I shot over to an AT&T store in Manhattan this morning to get a multi-finger hands-on with the Microsoft Surface. At CTIA we learned that AT&T would be deploying the Microsoft Surface in a select number of stores for a trial period.
The store I visited had three or four of these tables spread throughout the customer display area, and each one had about eight phones tethered to it. When I walked up to the Microsoft Surface it came up just below my waist; it’s perfect for leaning over to play with, and about a foot and a half taller than a coffee table. The display itself was large and bright and had a textured finish to it. It’s hard to explain. Think somewhere between glass and sandpaper. You can use two fingers—although the screen can detect many objects touching it—to pull and push the map to zoom in and out. If you’ve used an iPhone you’ll be a pro the first time you touch the Surface. We zoomed around the map, which displays the signal coverage in your particular area, and compared two phones. Click through for a hands-on video and more details. The phones have what looks like a small weight attached to them. It’s not a weight, though: It’s what allows each phone to communicate with the Surface. Almost instantaneously after dropping a phone on the Surface, it will detect the phone and display relevant information, such as supported data services and battery life. Lotfi Herzi, a general manager for Microsoft’s enterprise division for Surface, gave me a tour of the table’s features and also informed me that phones will soon have their information built in; so there won’t be a need for the weighted dongle in use now. AT&T put the Surfaces in its stores and trained its employees to use them so that customers will have an easier experience purchasing handsets. I was also told that the Surface will include a shopping-cart feature in the future, so users can quickly drag the accessories they want to the shopping cart to have a representative prepare a real checkout bag for them. It would be super efficient if the Surface could print a receipt of everything I wanted, including the handset, accessories, and the plan, and then I could just walk up to a counter and pay for it. It’s all about the customer’s learning experience in store, because of course, everything like this can already be easily accomplished, saving gas and time, by purchasing a handset online. But I digress.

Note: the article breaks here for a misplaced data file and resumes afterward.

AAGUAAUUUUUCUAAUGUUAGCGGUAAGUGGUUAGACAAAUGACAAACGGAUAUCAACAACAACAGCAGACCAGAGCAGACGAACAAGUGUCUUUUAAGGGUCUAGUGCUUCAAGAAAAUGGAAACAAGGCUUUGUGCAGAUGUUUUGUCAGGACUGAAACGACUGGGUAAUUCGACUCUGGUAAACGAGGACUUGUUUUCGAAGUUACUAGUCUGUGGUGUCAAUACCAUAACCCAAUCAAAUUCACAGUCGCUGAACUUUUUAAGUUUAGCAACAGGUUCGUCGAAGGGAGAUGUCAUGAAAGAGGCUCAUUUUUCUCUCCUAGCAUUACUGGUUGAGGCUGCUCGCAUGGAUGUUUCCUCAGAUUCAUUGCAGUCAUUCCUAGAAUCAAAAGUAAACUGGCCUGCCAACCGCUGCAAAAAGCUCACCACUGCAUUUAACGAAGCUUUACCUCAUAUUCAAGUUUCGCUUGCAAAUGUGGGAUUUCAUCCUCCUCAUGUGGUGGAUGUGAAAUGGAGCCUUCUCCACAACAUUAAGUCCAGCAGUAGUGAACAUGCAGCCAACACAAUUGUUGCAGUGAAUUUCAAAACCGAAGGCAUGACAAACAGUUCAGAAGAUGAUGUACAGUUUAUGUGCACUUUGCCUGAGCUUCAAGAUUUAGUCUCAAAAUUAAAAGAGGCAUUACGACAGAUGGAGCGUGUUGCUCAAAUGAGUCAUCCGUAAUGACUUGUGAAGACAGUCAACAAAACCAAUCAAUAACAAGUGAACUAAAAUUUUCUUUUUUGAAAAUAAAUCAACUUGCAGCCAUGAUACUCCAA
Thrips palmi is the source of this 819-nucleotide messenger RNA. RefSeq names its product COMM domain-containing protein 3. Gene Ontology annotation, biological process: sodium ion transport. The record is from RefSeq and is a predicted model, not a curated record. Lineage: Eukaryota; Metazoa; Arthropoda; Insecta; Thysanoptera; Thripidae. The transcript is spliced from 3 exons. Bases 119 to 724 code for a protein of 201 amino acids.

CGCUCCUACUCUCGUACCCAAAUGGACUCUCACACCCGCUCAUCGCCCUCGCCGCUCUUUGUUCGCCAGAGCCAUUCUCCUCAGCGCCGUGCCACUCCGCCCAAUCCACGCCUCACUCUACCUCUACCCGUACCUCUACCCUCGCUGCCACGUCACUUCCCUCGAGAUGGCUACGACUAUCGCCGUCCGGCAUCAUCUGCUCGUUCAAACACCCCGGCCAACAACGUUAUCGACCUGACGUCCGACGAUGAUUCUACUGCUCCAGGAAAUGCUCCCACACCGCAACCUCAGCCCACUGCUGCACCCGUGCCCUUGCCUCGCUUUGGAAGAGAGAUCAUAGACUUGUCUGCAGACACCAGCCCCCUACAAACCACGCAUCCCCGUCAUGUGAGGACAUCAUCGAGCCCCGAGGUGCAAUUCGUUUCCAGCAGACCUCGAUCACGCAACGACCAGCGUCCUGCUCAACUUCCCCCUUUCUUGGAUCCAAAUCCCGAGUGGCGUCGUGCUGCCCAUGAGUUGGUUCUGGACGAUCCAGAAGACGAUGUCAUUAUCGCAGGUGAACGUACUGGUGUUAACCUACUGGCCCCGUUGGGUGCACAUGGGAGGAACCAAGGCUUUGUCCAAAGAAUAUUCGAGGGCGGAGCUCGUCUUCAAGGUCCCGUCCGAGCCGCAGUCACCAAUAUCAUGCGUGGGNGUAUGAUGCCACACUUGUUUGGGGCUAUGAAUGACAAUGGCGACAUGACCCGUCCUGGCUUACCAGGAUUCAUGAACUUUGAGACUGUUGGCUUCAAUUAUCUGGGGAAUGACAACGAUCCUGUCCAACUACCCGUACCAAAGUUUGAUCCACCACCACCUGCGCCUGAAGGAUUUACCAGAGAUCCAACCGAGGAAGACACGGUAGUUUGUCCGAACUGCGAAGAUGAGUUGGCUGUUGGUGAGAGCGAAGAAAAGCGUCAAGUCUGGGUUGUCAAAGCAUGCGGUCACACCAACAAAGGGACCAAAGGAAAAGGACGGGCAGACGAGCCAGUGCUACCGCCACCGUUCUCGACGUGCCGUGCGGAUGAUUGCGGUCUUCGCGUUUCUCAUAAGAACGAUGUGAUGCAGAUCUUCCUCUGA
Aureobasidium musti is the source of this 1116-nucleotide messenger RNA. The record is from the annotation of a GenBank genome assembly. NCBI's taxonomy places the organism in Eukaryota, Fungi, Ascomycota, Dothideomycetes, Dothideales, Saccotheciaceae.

It’s clear that the Surface serves best, right now, as an entertainment tool to draw customers in. Hopefully it saves time in the future, but for the first few weeks after a Surface is introduced to a new store, it’s hard to believe that it’ll speed up the checkout process. It’s just too fun to use.